contact us

Use the form on the right to contact us.

You can edit the text in this area, and change where the contact form on the right submits to, by entering edit mode using the modes on the bottom right.

           

123 Street Avenue, City Town, 99999

(123) 555-6789

email@address.com

 

You can set your address, phone number, email and site description in the settings tab.
Link to read me page with more information.

Human GI Cells Retrained to Produce Insulin

Arden's Day Blog

Arden's Day is a type I diabetes care giver blog written by author Scott Benner. Scott has been a stay-at-home dad since 2000, he is the author of the award winning parenting memoir, 'Life Is Short, Laundry Is Eternal'. Arden's Day is an honest and transparent look at life with diabetes - since 2007.

type I diabetes, parent of type I child, diabetes Blog, OmniPod, DexCom, insulin pump, CGM, continuous glucose monitor, Arden, Arden's Day, Scott Benner, JDRF, diabetes, juvenile diabetes, daddy blog, blog, stay at home parent, DOC, twitter, Facebook, @ardensday, 504 plan, Life Is Short, Laundry Is Eternal, Dexcom SHARE, 生命是短暂的,洗衣是永恒的, Shēngmìng shì duǎnzàn de, xǐyī shì yǒnghéng de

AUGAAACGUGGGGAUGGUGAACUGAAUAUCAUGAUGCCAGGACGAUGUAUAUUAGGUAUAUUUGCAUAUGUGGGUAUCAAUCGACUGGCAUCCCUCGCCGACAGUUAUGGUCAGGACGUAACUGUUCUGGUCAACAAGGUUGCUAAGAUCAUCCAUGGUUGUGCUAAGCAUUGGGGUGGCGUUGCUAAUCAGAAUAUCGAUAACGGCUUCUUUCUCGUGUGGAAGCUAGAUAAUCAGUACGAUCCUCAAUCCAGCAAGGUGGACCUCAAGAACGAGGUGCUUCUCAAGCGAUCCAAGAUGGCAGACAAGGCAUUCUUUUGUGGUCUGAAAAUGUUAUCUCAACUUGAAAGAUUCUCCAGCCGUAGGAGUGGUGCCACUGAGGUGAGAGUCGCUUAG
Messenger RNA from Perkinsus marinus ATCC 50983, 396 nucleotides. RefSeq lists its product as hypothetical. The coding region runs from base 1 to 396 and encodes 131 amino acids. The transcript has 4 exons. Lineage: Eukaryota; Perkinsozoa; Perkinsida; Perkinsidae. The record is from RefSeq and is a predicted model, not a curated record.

Human GI Cells Retrained to Produce Insulin

Scott Benner

I don't post nearly all of the stories that I read about cure research, but I found this one to be particularly interesting and wanted to pass it on.

Human gastrointestinal cells from patients were engineered to express insulin (fluorescent green) in the lab. (Image by Columbia University Medical Center.)

Human gastrointestinal cells from patients were engineered to express insulin (fluorescent green) in the lab. (Image by Columbia University Medical Center.)

Excerpts from a Columbia University Medical Center press release:

 

By switching off a single gene, scientists at Columbia University’s Naomi Berrie Diabetes Center have converted human gastrointestinal cells into insulin-producing cells, demonstrating in principle that a drug could retrain cells inside a person’s GI tract to produce insulin.

The finding raises the possibility that cells lost in type 1 diabetes may be more easily replaced through the reeducation of existing cells than through the transplantation of new cells created from embryonic or adult stem cells.

After seven days, some of the cells started releasing insulin and, equally important, only in response to glucose.

 

You can read the entire press release here